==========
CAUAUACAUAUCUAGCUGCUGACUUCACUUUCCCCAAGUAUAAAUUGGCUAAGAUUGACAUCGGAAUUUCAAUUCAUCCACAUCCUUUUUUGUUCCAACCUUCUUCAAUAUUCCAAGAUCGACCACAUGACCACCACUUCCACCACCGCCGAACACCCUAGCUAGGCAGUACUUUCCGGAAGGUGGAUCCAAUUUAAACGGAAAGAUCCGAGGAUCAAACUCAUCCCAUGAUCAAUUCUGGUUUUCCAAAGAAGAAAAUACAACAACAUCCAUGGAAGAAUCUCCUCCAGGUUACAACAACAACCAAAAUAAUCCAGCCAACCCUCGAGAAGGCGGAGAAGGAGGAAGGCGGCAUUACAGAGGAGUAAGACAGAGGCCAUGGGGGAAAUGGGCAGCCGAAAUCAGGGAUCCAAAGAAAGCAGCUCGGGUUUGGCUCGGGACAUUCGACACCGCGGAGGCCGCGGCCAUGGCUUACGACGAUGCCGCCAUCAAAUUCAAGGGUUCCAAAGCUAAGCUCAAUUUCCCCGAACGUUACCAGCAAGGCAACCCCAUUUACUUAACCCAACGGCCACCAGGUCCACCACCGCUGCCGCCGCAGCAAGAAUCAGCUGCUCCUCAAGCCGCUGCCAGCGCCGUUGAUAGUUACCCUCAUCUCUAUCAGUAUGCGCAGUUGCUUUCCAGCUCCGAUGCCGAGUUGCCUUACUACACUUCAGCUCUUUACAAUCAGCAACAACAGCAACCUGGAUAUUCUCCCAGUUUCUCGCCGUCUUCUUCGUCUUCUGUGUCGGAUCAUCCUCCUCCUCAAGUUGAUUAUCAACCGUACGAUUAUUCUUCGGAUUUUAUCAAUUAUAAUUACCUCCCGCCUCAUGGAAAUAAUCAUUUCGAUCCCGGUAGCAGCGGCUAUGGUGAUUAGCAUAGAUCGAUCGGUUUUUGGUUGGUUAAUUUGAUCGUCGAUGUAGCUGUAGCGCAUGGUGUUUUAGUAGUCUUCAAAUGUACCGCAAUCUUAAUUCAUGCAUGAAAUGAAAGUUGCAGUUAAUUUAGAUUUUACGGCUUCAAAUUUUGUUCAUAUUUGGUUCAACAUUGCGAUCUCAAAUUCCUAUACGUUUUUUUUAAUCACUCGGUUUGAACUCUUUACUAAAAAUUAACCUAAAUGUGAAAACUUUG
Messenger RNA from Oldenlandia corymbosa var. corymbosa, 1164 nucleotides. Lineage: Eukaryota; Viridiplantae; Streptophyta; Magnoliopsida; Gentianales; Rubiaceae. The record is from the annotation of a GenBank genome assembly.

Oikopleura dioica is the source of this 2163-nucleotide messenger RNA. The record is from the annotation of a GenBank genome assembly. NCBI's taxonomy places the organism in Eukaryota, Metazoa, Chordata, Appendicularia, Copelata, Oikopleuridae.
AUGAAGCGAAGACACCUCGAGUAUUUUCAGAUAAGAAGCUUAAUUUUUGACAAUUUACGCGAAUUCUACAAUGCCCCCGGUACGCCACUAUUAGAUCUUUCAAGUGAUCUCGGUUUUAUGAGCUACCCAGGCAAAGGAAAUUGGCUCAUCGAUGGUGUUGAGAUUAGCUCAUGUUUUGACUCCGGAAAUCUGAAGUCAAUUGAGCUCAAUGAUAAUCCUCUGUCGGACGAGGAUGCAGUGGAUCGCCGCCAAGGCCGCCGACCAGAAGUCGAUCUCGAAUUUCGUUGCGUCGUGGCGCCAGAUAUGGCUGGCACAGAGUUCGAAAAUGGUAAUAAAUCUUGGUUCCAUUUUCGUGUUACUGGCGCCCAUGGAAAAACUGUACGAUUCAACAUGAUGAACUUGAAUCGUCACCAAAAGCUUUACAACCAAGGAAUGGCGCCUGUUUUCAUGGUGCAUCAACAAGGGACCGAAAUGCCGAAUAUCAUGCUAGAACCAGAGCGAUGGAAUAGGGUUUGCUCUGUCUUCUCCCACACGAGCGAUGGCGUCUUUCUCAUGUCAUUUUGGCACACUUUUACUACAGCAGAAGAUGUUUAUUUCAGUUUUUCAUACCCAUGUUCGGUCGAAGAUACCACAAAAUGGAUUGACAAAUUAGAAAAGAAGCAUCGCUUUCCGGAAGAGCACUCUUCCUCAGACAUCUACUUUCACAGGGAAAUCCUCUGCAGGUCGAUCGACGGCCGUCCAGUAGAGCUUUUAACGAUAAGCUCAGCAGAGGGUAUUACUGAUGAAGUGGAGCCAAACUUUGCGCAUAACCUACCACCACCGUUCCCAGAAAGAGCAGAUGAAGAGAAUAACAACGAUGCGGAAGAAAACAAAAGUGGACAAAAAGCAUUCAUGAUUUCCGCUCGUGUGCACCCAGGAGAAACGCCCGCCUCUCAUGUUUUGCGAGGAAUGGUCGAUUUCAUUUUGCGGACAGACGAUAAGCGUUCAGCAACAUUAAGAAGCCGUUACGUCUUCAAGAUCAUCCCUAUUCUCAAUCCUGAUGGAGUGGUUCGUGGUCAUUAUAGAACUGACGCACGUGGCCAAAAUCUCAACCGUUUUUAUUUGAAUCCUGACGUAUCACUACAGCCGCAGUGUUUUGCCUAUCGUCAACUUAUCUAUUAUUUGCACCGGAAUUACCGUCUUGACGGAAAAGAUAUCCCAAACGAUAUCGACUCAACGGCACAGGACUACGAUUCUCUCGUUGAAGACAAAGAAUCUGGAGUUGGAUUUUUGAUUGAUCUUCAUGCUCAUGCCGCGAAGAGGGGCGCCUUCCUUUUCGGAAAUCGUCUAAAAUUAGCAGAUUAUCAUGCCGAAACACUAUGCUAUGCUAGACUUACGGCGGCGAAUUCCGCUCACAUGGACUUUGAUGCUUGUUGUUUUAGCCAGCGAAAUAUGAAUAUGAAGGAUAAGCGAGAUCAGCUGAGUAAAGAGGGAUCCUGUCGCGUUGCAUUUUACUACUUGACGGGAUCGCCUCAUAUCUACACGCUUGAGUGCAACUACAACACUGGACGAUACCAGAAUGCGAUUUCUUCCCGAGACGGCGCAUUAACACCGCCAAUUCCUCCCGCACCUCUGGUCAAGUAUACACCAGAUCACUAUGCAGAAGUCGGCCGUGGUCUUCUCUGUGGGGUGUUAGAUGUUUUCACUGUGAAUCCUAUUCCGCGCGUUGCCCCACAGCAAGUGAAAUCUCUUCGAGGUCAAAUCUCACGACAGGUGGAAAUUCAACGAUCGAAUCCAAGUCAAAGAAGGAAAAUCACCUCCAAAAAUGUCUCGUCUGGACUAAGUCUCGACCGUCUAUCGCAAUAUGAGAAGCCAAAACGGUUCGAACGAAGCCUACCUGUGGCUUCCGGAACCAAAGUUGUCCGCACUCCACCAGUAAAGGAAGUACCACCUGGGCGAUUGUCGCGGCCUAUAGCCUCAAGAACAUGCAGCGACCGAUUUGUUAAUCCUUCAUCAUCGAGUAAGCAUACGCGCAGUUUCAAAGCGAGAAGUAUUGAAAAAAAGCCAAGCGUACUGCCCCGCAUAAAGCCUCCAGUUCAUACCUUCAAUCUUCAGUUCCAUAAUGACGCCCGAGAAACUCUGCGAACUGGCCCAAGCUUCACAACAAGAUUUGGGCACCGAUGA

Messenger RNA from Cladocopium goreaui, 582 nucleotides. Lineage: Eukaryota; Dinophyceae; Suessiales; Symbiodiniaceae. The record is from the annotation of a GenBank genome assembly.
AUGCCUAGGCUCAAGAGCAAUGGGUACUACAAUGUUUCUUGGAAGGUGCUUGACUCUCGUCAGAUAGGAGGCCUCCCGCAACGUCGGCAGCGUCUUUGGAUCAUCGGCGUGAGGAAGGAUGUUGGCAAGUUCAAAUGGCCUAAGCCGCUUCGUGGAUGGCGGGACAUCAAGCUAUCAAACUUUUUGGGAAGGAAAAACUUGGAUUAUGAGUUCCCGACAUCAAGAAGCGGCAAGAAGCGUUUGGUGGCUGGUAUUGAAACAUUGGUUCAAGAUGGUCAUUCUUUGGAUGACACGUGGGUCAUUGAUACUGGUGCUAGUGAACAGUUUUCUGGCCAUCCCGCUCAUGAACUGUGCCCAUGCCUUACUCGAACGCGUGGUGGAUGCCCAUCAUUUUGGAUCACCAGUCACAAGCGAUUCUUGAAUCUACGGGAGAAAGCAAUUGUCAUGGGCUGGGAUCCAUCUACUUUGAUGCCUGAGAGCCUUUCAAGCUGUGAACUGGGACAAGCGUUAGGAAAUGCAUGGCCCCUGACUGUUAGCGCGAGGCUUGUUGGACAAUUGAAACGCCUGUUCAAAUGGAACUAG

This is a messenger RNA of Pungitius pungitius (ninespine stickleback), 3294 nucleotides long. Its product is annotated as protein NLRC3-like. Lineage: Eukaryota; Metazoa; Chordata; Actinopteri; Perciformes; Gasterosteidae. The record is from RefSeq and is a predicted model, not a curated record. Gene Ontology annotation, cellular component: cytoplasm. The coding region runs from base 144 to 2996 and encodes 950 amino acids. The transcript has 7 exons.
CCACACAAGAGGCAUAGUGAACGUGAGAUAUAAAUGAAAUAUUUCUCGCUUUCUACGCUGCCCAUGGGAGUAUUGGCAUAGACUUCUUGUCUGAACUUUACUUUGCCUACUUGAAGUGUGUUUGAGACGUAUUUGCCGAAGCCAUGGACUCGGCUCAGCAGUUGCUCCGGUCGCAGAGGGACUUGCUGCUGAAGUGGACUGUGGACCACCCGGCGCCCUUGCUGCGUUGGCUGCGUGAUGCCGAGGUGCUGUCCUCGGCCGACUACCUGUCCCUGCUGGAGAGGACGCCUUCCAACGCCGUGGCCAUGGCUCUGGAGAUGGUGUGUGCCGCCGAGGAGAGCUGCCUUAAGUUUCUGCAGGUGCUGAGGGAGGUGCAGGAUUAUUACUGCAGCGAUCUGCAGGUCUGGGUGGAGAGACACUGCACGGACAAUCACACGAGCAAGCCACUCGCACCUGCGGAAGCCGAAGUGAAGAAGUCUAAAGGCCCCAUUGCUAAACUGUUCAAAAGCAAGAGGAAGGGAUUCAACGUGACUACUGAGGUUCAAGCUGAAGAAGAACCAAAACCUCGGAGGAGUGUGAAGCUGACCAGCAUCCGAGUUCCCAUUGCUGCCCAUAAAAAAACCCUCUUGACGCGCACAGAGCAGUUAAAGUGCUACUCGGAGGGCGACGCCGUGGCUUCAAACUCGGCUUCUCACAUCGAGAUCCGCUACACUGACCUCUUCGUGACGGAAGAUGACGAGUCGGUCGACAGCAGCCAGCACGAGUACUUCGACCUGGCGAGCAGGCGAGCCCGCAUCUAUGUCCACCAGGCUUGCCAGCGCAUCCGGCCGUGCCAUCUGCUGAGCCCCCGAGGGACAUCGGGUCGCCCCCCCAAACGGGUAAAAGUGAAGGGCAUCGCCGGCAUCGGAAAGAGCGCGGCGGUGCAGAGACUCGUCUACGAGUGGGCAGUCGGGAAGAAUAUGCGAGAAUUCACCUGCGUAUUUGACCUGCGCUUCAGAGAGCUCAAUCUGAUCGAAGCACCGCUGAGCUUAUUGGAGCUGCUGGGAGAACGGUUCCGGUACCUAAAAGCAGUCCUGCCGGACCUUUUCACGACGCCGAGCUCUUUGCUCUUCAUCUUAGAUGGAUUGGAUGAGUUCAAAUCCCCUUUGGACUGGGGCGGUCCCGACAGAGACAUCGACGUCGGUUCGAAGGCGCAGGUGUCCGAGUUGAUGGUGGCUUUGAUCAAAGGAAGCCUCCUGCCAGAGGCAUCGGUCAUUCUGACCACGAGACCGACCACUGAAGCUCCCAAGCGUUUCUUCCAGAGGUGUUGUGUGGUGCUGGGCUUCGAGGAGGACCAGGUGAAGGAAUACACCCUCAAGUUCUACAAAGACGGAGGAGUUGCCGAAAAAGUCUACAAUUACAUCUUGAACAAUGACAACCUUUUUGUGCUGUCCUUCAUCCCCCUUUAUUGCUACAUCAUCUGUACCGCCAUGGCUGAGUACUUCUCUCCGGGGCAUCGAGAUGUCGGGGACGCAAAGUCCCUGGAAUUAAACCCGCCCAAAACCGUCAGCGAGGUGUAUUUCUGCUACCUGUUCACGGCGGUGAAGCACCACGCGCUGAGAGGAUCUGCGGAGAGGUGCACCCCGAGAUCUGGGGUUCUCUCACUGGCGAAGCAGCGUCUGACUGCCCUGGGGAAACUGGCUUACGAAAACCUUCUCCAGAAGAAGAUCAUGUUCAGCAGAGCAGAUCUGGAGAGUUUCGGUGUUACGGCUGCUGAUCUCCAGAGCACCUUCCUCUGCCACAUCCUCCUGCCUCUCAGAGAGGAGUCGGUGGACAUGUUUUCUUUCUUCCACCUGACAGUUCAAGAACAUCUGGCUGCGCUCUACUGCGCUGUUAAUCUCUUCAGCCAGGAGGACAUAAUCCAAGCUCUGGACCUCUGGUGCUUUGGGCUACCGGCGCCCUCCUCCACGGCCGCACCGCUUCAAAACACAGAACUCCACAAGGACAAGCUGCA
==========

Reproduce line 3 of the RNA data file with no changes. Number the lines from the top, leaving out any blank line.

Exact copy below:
Oikopleura dioica is the source of this 2163-nucleotide messenger RNA. The record is from the annotation of a GenBank genome assembly. NCBI's taxonomy places the organism in Eukaryota, Metazoa, Chordata, Appendicularia, Copelata, Oikopleuridae.